# Week 7 Video Lessons

Home Forums VMTTC Online Discussion Forum Week 7 Video Lessons

• Author
Posts
• #28847

• #32052

Hi,

This is regarding coordinate geometry, perpendicular lines.

We should interchange the coefficients and change one sign to find the equation of the line through a given point and perpendicular to the line. In that case we will have two possible answers (one positive and one negative).

For example: (-3, 4) , 5x -2y =3

Scenario 1 : 2x+5y = 14

Scenario 2 : -2x-5y = -14

Both scenarios plot the same line(same equation) extending over different quadrants.

Regards.

• #32562

Hi Mallika,

You are right that there are 2 possibilities because we can change the sign of either of the x or y coefficients. Even if we are getting two possible answers, the equation of the line remains the same because the line is extended into the two quadrants.

2x+5y+14

5y= -2x+14

y=- 2/5 x+14/5

and -2x-5y=-14

5y=-2x+14

y=-2/5 x+14/5

Thank you for pointing that out,

• #32571

Hi Savita,

There is only one line and one equation.

2x+5y=14 is exactly equivalent to -2x-5y=-14 mathematically.

One equation – one line.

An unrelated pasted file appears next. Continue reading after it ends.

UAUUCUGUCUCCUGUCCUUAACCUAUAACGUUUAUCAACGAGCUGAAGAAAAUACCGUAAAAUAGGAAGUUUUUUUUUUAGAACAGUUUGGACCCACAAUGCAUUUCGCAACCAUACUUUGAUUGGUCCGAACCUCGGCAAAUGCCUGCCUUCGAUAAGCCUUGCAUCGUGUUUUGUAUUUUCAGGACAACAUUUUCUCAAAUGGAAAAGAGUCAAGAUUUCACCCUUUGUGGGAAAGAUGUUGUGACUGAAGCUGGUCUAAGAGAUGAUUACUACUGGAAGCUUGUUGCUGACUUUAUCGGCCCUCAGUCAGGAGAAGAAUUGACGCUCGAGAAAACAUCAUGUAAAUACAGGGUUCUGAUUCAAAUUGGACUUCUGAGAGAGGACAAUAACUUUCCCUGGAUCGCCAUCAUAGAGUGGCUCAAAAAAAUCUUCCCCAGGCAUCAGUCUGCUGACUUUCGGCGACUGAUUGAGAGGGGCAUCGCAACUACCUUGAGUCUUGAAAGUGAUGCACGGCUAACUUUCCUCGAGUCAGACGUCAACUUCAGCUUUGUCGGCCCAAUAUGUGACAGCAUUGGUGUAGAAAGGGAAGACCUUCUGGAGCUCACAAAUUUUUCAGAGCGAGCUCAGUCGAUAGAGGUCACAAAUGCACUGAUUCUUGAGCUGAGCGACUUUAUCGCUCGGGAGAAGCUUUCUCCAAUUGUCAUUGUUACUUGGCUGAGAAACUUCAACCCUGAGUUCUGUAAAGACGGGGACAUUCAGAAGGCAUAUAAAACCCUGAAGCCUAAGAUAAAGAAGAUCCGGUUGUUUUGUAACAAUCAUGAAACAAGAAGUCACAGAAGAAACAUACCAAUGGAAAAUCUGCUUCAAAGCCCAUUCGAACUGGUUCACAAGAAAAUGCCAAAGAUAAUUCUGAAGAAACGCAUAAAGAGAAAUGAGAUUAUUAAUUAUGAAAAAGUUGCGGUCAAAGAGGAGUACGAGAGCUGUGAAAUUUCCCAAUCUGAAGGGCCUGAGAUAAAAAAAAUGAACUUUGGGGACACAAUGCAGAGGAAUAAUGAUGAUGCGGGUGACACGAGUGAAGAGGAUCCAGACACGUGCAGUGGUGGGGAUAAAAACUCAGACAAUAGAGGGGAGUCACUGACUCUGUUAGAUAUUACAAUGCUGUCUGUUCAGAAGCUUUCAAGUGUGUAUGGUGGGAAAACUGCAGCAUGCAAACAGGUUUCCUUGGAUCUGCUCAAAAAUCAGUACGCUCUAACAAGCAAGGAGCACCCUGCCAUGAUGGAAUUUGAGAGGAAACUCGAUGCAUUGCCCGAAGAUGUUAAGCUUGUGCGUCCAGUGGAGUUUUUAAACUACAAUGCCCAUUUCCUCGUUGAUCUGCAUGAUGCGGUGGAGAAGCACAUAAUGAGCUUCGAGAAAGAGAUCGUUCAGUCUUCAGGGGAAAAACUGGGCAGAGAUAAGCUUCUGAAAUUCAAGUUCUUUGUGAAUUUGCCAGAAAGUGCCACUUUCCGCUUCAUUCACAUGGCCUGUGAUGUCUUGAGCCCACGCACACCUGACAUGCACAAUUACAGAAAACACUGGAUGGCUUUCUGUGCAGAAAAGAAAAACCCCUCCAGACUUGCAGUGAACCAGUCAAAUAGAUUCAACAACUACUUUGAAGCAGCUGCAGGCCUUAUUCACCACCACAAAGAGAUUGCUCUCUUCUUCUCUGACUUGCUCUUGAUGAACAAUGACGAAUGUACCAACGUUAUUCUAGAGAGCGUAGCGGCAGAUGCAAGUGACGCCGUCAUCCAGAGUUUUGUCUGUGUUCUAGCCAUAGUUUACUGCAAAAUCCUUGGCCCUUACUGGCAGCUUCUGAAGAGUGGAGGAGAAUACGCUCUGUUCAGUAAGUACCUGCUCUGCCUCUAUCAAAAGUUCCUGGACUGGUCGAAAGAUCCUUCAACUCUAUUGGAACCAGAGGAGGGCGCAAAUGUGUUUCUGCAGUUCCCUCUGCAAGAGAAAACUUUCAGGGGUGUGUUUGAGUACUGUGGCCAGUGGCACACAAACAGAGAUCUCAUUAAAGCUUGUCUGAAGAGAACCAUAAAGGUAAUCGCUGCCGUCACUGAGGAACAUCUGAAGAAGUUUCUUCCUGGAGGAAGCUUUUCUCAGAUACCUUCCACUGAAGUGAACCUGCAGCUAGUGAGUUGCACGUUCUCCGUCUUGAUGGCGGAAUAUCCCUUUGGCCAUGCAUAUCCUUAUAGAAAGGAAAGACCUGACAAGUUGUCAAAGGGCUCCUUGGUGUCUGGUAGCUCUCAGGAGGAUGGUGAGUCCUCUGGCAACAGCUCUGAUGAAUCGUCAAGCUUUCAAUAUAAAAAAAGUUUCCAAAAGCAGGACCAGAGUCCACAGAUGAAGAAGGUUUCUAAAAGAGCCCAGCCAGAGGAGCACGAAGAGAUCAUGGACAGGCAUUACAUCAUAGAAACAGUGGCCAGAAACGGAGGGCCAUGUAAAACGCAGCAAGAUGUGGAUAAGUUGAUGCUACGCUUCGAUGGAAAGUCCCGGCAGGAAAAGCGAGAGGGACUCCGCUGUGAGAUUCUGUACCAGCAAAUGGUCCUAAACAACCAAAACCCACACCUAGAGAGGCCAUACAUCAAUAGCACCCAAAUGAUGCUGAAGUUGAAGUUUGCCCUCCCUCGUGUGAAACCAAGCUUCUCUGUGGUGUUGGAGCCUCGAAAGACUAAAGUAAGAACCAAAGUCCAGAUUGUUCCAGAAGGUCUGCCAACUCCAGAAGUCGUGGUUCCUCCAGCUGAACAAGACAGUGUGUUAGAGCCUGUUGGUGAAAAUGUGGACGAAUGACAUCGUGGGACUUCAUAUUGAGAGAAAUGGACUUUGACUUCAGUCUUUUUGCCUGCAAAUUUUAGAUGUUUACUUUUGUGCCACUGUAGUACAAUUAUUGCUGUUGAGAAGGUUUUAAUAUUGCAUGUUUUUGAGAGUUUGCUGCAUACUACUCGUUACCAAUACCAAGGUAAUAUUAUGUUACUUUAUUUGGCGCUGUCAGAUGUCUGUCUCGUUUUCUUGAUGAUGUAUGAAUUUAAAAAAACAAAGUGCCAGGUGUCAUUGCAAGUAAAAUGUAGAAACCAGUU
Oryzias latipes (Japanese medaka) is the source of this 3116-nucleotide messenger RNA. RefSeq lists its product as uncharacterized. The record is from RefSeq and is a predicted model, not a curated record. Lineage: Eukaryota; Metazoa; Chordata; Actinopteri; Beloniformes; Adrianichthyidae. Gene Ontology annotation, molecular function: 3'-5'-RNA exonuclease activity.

• #32563

Hi mr. Ken,

Mr. James, the deputy head of math dept. in James school of London has come up with the method of finding the equation of a line passing through a given point and either parallel or perpendicular to a given line. What does it say in Shree Bharati Krishnaji’s book?

Thanks,

• #32573

Hi Savita,

Sri Bharati Krishna’s book does not mention this topic.

Mathematics is a vast subject and the book cannot cover everything. James Glover’s discovery directly relates to the Vedic Sutras and is simple and easy to understand. Hence we can include it as Vedic Maths.

• #32564

Hi Mr. Ken,

In the Vedic method for finding the equations of lines why and how do we start with the standard format of

y=mx+c?

Thanks,

• #32578

Hi Savita,

y=mx+c is a standard form for straight lines. That is because by substituting specific values for m and c the equation always plots out to a straight, and all lines are inlcuded.
The nice thing about y=mx+c is that it turns out that m is the gradient (slope) of the line, and c is the intercept on the y-axis.

Another standard form for a straight line is ax+by=c, so y=mx+c is not the only one.

• #32660

Hello,

for straight line the equation is y=mx+q or (y-yp)=m(x-xp).

For perpendicular line the equation is (y-yp)=-(1/m)(x-xp).

The angular coefficient is m in the first case and -1/m in the second case. This is the reason (video lesson 28) for the calculus to find the line who pass for P(3,1) and perpendicular to 2x+3y=5. Into this example we substitute (3,1) in 3x-2y and not in 2x+3y.

This is correct?

Thanks

• #32661

Yes that is correct Fabio.

• #33024

Ken,

The general square rooting method and finding the recurring decimals is so enlightening. Even the calculator was not showing the complete pattern for recurring decimals. Felt so nice to see that. Thank you so much Ken for sharing these methods with us.